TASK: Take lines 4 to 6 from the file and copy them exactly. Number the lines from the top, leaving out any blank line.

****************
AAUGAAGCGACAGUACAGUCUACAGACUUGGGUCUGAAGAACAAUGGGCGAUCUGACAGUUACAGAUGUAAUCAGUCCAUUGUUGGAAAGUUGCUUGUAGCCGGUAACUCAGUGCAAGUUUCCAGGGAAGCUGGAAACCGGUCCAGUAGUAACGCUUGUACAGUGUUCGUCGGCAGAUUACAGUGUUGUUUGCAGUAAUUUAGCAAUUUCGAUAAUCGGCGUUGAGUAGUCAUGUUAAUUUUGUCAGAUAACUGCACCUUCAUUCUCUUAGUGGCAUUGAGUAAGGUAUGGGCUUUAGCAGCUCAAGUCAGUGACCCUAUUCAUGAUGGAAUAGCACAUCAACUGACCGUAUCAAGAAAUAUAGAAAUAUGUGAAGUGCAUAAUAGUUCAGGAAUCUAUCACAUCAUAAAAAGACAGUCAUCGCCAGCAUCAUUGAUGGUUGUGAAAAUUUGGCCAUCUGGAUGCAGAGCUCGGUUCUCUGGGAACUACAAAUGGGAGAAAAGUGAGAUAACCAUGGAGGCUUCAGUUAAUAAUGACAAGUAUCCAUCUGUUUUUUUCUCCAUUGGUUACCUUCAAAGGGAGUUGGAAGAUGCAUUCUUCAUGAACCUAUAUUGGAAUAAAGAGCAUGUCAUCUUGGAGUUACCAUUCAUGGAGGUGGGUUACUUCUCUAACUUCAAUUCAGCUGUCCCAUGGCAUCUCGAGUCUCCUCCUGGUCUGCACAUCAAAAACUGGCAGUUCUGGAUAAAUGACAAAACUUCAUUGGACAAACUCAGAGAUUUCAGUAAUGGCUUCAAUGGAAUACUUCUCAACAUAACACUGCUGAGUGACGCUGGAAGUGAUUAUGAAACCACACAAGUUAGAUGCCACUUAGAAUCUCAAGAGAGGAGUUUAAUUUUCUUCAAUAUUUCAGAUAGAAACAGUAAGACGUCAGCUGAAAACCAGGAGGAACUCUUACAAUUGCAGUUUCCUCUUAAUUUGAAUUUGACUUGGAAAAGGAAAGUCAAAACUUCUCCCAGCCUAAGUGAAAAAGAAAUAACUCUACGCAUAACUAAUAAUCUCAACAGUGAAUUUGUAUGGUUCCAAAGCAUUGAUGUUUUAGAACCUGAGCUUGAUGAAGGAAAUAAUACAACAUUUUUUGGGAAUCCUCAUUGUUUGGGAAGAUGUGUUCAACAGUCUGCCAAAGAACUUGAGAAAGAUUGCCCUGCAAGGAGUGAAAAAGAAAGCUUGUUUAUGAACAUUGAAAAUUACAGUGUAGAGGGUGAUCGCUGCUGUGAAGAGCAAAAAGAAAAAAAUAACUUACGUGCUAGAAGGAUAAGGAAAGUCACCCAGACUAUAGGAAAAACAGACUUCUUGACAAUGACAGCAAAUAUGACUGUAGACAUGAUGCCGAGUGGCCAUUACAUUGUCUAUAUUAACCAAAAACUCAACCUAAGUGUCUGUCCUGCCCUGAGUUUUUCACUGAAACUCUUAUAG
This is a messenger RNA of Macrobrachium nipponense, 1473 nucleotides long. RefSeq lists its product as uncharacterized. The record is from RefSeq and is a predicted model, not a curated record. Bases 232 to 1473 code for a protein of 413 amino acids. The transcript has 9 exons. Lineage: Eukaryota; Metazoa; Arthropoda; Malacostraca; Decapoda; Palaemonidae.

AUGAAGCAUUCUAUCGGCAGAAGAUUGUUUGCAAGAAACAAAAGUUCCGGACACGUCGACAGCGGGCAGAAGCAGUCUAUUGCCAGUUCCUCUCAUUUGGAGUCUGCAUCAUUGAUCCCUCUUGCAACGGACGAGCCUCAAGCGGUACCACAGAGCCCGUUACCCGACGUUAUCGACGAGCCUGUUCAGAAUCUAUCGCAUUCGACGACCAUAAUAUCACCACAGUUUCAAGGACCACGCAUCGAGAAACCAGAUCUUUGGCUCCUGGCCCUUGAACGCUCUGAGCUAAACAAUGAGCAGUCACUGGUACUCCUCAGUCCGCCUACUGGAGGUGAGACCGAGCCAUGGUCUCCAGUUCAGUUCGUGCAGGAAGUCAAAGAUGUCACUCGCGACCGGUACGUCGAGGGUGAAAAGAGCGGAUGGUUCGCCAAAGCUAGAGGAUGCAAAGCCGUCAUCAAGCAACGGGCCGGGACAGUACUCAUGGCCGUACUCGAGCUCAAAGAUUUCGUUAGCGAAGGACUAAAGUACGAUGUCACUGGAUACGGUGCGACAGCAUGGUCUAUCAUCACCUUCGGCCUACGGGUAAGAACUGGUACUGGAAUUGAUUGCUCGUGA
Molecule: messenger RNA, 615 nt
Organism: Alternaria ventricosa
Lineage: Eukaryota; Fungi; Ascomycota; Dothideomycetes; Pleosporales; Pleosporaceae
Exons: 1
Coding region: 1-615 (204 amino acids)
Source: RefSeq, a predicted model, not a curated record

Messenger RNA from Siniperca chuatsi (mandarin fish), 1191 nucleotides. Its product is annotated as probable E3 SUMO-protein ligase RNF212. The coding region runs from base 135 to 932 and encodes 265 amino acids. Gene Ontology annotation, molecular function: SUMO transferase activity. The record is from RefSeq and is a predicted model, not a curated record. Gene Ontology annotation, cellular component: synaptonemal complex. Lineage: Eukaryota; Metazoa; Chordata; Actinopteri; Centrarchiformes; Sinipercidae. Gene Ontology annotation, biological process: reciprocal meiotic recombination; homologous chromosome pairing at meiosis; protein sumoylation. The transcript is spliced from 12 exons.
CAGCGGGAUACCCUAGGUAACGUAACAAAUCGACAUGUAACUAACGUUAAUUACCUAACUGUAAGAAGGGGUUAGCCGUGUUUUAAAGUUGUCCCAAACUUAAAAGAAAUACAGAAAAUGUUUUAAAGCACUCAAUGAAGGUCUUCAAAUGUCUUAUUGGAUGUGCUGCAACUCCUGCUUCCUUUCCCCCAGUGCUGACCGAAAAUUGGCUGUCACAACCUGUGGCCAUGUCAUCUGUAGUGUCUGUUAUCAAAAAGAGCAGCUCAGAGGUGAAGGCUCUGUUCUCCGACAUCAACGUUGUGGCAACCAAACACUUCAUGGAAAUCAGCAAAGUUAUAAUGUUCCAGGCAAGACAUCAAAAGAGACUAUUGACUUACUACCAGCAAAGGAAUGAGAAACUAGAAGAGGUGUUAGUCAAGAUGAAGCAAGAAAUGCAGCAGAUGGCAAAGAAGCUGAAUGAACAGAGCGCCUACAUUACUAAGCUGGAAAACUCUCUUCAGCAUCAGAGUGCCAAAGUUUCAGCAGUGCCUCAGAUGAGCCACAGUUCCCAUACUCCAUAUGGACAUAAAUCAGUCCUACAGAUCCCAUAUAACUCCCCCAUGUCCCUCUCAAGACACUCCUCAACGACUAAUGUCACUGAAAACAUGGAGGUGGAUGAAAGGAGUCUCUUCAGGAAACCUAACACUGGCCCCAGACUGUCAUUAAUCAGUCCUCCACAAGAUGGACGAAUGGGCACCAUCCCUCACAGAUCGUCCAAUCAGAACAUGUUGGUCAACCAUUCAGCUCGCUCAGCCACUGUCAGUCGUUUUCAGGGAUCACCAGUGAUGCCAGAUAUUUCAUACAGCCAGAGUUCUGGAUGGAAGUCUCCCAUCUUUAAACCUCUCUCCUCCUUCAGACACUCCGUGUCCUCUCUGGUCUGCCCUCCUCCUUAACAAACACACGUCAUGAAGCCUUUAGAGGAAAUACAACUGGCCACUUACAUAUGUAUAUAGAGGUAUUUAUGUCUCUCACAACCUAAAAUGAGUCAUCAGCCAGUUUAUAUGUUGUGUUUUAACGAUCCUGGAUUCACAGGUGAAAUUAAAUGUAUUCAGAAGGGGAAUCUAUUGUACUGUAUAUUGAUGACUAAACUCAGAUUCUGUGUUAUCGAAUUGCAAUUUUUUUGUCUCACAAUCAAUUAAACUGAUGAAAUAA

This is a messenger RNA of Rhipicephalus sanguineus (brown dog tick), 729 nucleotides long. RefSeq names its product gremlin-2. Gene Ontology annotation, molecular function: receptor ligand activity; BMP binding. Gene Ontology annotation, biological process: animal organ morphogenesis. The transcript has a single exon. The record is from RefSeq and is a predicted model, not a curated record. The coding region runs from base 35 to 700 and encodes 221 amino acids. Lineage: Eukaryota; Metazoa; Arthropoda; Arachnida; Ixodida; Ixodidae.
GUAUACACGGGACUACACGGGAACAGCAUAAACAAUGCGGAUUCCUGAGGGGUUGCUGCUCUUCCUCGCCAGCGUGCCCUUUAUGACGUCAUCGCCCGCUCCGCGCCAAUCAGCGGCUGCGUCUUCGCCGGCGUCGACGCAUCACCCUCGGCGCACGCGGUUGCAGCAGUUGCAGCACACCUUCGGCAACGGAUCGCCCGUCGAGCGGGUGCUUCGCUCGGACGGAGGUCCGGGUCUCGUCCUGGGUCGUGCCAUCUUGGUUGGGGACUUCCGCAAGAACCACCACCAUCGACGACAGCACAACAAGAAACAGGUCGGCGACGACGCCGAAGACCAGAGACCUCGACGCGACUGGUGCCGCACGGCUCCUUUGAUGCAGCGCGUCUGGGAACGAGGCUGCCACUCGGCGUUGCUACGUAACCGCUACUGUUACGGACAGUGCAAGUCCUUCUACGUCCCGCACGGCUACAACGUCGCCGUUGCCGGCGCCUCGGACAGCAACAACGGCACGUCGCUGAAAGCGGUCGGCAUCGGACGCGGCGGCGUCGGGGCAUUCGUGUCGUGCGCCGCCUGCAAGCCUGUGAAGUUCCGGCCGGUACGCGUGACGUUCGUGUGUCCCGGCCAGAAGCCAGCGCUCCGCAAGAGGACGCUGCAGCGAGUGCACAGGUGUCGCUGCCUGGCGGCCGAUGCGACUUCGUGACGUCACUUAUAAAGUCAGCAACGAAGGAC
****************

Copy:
Molecule: messenger RNA, 615 nt
Organism: Alternaria ventricosa
Lineage: Eukaryota; Fungi; Ascomycota; Dothideomycetes; Pleosporales; Pleosporaceae